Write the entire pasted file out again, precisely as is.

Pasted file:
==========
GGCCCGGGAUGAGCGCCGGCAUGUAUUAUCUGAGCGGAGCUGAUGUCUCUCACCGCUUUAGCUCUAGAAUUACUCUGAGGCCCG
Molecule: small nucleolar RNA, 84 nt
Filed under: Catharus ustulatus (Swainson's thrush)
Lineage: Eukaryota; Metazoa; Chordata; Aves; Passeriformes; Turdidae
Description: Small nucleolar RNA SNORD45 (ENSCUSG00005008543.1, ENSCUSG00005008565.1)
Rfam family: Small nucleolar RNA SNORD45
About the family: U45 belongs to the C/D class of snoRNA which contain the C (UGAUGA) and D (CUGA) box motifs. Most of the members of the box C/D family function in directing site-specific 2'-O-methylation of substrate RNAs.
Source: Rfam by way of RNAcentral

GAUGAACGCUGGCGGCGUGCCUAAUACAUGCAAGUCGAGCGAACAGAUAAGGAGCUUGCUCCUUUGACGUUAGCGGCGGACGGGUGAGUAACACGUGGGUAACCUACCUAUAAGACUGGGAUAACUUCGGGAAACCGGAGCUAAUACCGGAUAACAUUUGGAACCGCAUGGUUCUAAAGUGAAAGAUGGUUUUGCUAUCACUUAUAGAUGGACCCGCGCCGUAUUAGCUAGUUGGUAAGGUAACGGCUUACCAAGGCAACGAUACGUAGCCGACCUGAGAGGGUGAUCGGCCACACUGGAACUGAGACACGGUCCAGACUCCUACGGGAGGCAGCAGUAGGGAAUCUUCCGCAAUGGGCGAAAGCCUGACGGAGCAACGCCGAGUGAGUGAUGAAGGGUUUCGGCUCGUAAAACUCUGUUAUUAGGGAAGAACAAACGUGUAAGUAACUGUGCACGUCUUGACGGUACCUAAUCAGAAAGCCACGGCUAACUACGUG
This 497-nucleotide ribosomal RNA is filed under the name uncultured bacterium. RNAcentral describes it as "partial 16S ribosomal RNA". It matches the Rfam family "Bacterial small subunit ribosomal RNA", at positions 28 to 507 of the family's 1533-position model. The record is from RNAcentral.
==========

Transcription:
GGCCCGGGAUGAGCGCCGGCAUGUAUUAUCUGAGCGGAGCUGAUGUCUCUCACCGCUUUAGCUCUAGAAUUACUCUGAGGCCCG
Molecule: small nucleolar RNA, 84 nt
Filed under: Catharus ustulatus (Swainson's thrush)
Lineage: Eukaryota; Metazoa; Chordata; Aves; Passeriformes; Turdidae
Description: Small nucleolar RNA SNORD45 (ENSCUSG00005008543.1, ENSCUSG00005008565.1)
Rfam family: Small nucleolar RNA SNORD45
About the family: U45 belongs to the C/D class of snoRNA which contain the C (UGAUGA) and D (CUGA) box motifs. Most of the members of the box C/D family function in directing site-specific 2'-O-methylation of substrate RNAs.
Source: Rfam by way of RNAcentral

GAUGAACGCUGGCGGCGUGCCUAAUACAUGCAAGUCGAGCGAACAGAUAAGGAGCUUGCUCCUUUGACGUUAGCGGCGGACGGGUGAGUAACACGUGGGUAACCUACCUAUAAGACUGGGAUAACUUCGGGAAACCGGAGCUAAUACCGGAUAACAUUUGGAACCGCAUGGUUCUAAAGUGAAAGAUGGUUUUGCUAUCACUUAUAGAUGGACCCGCGCCGUAUUAGCUAGUUGGUAAGGUAACGGCUUACCAAGGCAACGAUACGUAGCCGACCUGAGAGGGUGAUCGGCCACACUGGAACUGAGACACGGUCCAGACUCCUACGGGAGGCAGCAGUAGGGAAUCUUCCGCAAUGGGCGAAAGCCUGACGGAGCAACGCCGAGUGAGUGAUGAAGGGUUUCGGCUCGUAAAACUCUGUUAUUAGGGAAGAACAAACGUGUAAGUAACUGUGCACGUCUUGACGGUACCUAAUCAGAAAGCCACGGCUAACUACGUG
This 497-nucleotide ribosomal RNA is filed under the name uncultured bacterium. RNAcentral describes it as "partial 16S ribosomal RNA". It matches the Rfam family "Bacterial small subunit ribosomal RNA", at positions 28 to 507 of the family's 1533-position model. The record is from RNAcentral.